From The Art and Popular Culture Encyclopedia
Inbreeding in humans
The taboo of incest has been discussed by many social scientists. Anthropologists attest that it exists in most cultures. As inbreeding within the first generation often produces expression of recessive traits, the prohibition has been discussed as a possible functional response to the requirement of culling those born deformed, or with undesirable traits.Template:Fact Some biologists like Charles Davenport advocated the traditional forms of assortative breeding, i.e. eugenics, to form better "human stock".
Some Egyptian Pharaohs married their sisters; in such cases we find a special combination between endogamy and polygamy. Normally the son of the old ruler and the old ruler's oldest (half-)sister became the new ruler. Cleopatra VII and Ptolemy XIII, married and named co-rulers of ancient Egypt following their father's death, were brother and sister. Not only this, but all rulers of the Ptolemaic dynasty from Ptolemy II on engaged in inbreeding among brothers and sisters, so as to keep the Ptolemaic blood "pure".
Royalty and nobility
The royal and noble families of Europe have inbred considerably as a result of royal intermarriage; the most discussed instances of inbreeding relate to European monarchies. Examples abound in every royal family; in particular, the ruling dynasties of Spain and Portugal were in the past very inbred. Several Habsburgs, Bourbons and Wittelsbachs married aunts, uncles, nieces and nephews. Even in the British royal family, which is very moderate in comparison, there has scarcely been a monarch in 300 years who has not married a (near or distant) relative. Indeed, Queen Elizabeth II and her husband Prince Philip, Duke of Edinburgh are second cousins once removed, both being descended from King Christian IX of Denmark. They are also third cousins as great-great-grandchildren of Queen Victoria of the United Kingdom. European monarchies tried to avoid brother-sister marriages, though Jean V of Armagnac is a notable exception.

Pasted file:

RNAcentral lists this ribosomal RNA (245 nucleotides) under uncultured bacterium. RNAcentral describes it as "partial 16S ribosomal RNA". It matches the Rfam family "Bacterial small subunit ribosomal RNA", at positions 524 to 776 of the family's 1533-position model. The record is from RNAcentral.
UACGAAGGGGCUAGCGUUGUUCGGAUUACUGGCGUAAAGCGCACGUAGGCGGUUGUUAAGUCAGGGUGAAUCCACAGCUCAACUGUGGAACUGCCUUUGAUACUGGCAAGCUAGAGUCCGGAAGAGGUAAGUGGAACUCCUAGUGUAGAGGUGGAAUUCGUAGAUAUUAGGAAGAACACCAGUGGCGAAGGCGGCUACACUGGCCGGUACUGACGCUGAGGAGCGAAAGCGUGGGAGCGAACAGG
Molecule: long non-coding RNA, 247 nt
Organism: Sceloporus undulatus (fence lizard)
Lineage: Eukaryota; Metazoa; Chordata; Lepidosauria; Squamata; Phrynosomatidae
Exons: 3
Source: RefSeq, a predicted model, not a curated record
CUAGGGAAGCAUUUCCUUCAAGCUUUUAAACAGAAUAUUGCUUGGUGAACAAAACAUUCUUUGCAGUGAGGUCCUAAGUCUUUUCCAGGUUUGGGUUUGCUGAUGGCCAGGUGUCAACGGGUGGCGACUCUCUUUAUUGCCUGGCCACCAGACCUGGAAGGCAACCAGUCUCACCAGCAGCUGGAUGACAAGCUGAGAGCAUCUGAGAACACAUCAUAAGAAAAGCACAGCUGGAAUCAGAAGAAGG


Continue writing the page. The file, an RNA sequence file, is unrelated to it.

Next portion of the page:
There is a greater amount of inbreeding within royalty than there is in the population as a whole. Among genetic populations that are isolated, opportunities for exogamy are reduced, however may not intend to inbreed. Isolation may be geographical, leading to inbreeding among people in remote mountain valleys. Or isolation may be social, induced by the lack of appropriate partners, such as Protestant princesses for Protestant royal heirs, in which case inbreeding is desired. Since the late Middle Ages, it is the urban middle class that has had the widest opportunity for outbreeding and the least desire to inbreed.
It has long been debated on whether inbreeding caused some of the problems among some of the family members of some royal lines, most notably centered around Charles II of Spain, who was mentally retarded. It is thought that his genetic makeup was so thoroughly degenerated that he could not properly chew food. As there was no genetic testing back then, we cannot be certain although this was most likely the case.
Other examples of royal family inbreeding include: